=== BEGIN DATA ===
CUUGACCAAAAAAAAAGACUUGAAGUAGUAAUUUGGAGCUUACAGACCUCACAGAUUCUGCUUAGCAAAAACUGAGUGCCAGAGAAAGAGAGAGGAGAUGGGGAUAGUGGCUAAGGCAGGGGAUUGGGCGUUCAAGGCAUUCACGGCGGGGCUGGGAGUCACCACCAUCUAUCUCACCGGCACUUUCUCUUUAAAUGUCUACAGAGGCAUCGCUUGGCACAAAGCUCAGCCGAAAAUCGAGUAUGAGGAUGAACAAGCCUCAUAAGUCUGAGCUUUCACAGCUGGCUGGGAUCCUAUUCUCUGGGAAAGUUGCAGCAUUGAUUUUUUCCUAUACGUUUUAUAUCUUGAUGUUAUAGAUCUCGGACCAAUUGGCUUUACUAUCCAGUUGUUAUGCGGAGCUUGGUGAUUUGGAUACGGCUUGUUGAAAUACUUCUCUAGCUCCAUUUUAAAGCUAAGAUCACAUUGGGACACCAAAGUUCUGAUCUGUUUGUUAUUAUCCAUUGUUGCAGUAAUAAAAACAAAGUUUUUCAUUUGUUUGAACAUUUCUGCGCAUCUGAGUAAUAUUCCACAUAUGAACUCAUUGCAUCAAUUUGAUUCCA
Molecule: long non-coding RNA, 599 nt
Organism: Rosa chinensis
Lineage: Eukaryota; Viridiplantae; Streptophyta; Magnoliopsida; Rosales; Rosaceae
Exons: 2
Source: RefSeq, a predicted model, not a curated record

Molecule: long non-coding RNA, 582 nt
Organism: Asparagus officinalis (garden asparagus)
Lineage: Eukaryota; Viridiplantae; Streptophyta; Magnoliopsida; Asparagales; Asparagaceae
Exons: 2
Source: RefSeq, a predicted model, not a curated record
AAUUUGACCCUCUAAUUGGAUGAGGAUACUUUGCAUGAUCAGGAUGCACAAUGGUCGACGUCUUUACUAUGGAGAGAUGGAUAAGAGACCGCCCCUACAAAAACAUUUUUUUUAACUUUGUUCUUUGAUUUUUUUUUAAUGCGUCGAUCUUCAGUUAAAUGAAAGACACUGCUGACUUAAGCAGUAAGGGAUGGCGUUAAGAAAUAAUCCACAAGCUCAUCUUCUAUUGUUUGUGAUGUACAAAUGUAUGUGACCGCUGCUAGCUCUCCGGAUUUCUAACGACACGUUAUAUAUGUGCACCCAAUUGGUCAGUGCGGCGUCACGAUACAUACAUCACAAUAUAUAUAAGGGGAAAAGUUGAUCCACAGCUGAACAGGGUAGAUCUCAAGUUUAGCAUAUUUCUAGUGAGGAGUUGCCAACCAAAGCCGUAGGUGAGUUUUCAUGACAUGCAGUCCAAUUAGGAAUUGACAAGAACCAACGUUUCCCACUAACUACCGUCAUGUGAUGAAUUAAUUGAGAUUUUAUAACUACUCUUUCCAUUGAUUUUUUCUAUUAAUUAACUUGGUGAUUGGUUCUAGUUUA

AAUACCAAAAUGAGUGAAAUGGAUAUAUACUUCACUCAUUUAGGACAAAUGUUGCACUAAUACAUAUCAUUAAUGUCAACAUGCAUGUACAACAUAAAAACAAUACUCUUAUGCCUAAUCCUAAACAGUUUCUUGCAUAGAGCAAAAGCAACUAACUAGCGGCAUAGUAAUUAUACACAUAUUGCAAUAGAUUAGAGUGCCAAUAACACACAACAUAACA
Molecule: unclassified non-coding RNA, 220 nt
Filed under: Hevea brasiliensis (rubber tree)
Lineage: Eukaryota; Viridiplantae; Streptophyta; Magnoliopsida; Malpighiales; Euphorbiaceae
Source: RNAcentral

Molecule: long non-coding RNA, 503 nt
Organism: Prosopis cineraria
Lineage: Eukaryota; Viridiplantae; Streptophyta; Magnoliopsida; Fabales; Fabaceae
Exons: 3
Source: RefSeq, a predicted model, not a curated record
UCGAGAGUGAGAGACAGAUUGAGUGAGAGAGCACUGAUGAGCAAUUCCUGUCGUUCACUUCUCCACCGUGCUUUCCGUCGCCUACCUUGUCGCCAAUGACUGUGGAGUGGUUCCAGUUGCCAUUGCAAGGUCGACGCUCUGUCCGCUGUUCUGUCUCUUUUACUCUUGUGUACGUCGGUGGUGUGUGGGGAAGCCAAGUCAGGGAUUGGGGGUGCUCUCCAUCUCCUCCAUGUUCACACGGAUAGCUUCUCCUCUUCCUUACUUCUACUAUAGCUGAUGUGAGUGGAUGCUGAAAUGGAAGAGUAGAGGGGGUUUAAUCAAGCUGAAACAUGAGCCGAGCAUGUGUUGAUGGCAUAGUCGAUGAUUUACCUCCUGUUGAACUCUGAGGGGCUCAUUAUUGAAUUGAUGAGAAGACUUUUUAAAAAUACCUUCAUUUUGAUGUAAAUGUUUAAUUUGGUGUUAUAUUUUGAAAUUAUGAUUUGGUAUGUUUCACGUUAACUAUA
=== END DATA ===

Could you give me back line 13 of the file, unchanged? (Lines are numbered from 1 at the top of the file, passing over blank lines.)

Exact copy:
AAUACCAAAAUGAGUGAAAUGGAUAUAUACUUCACUCAUUUAGGACAAAUGUUGCACUAAUACAUAUCAUUAAUGUCAACAUGCAUGUACAACAUAAAAACAAUACUCUUAUGCCUAAUCCUAAACAGUUUCUUGCAUAGAGCAAAAGCAACUAACUAGCGGCAUAGUAAUUAUACACAUAUUGCAAUAGAUUAGAGUGCCAAUAACACACAACAUAACA